We moved our combustion tube into US Army ECBC’s BSL-2 facility where ignition tests were performed on pure Bacillus anthracis spores. A photograph of the combustion tube inside a bio containment chamber at the BSL-2 facility is shown below. Based on the measured time to ignition data at various temperatures, we developed an ignition kinetics model for Bacillus anthracis spores. This is the first study of its kind.
Biological agent spores can undergo a grain-silo type explosion in the presence of an ignition source if they are present at an appropriate concentration in a confined region. To examine this further, we performed controlled tests in a 20-L Kuehner vessel shown below. Simulant spores were introduced into the test chamber under turbulent conditions and ignited using a strong ignition source. The chamber pressure was then measured versus time. Based on the measured pressure-time histories at various concentrations, we determined the Minimum Explosible Concentration (MEC) of the spores and developed a model to predict the overpressure versus time from the explosion of spore ducts clouds.
We developed an engineering model for the Slow Cook Off (SCO) of explosive materials exposed to heat. We applied this model to a relatively insensitive munition composition namely, PBXN-109. We validated the model by comparing the predictions with small scale cookoff tests (Navy pipe bomb tests and Lawrence Livermore National Laboratory’s STEX) and Navy’s full scale tests (on a Heavy Wall Penetrator and a 500 lb GP Bomb). The casing temperature at cookoff and the time to cookoff predicted by our model agree well with the test data. Also, the strain data predicted by the model during the early stages of cookoff agree well with the measured strain gage data. The strain gage data are not reliable during later stages of cookoff as the gages become debonded from the vessel wall.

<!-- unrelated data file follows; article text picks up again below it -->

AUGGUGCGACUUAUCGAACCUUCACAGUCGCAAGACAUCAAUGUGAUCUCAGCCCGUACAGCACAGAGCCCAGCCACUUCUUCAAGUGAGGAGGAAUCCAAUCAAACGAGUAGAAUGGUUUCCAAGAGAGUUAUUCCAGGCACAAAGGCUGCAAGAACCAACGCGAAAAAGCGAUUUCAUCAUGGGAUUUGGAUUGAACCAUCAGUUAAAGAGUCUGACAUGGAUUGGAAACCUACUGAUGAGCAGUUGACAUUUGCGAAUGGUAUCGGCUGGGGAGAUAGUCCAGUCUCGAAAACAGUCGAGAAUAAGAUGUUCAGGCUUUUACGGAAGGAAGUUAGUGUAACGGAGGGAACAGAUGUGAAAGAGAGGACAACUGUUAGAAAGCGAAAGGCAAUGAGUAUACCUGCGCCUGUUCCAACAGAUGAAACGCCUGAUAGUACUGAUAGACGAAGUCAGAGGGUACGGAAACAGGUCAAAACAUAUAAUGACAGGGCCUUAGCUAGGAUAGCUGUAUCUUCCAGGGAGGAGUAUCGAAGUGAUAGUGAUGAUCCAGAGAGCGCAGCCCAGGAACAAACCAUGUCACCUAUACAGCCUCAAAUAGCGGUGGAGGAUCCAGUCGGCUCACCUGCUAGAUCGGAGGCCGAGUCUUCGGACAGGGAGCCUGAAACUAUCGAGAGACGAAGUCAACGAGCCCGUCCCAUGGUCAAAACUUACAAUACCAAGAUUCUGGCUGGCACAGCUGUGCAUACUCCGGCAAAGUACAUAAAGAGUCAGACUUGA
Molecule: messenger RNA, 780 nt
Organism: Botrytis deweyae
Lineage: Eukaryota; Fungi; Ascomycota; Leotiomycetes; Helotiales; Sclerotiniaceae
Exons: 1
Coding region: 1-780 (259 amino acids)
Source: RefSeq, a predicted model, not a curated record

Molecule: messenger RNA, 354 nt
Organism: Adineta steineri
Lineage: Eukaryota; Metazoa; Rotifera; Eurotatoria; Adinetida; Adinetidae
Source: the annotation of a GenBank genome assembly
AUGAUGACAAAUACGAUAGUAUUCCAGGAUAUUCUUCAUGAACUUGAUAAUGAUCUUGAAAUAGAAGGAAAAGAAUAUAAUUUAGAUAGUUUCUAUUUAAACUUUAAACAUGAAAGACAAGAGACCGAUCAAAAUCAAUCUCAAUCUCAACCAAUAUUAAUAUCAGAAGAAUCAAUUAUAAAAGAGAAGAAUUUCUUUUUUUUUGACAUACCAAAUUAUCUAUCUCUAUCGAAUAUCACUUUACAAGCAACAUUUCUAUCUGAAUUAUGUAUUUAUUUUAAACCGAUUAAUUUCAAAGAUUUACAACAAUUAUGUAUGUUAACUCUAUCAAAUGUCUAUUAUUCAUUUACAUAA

For the US Department Of Defense, we participated in the design of two large scale test facilities – the first to evaluate the effectiveness of various non-energetic payload technologies for the defeat of control and command centers and WMD; and the second to test various advanced energetic materials (including nanoenergetic compositions).
The high reactivity of interhalogens makes them attractive for the defeat of various targets such as WMDs and electronic equipment at Command and Control Centers.
- Using ADORA, we calculated the hazard contours associated with the release of various amounts of chlorine trifluoride into the atmosphere.
- We assisted the USAF in designing a large scale test facility to evaluate the effectiveness of chlorine trifluoride in defeating various types of targets.
- We developed a technology to improve the safety of handling and storage of bromine trifluoride by gelling it. Photographs of the large steel vessel in which the tests were conducted and the glove bob used for feasibility analysis are shown below. Also shown is a photograph of an operator wearing PPE to prepare the transfer of BrF3 from the supply bottle to test tubes and beakers in the glove box for feasibility studies. Finally a picture of the test tube with gelled BrF3 is shown.
We developed an engineering model to predict the high-speed impact induced ignition of Aluminum-Teflon RM-4 reactive fragments. We considered various hot spot mechanisms including void collapse, shear banding, frictional dissipation, and shock heating and their effect on reaction initiation. Shown in the image below is a sequence of events that occur during the high speed impact of RM-4 reactive fragment with a metal target plate.
For the US Army DAC, we evaluated the emission data from full-scale enclosed detonation tests at the Nevada Test Site X-tunnel involving M107 HE loaded 155 mm projectiles. In addition to examining the internal consistency of test measurements, we performed detailed mass and energy balance calculations and calculated the dynamics of cloud evolution and the composition accounting for both detonation and after-burn reactions. These calculations showed that the effect of containment by the tunnel walls on the cloud evolution is significant. Our predictions of major products and most minor products (such as VOCs and SVOCs) agreed well with the test data.
For a DoD contractor, we performed OBOD calculations to determine the potential emissions from planned munition and energetic waste disposal operations. Our results were used in the preparation of environmental site permitting applications.
Validation of Open Burn and Open Detonation Model Using BangBox Data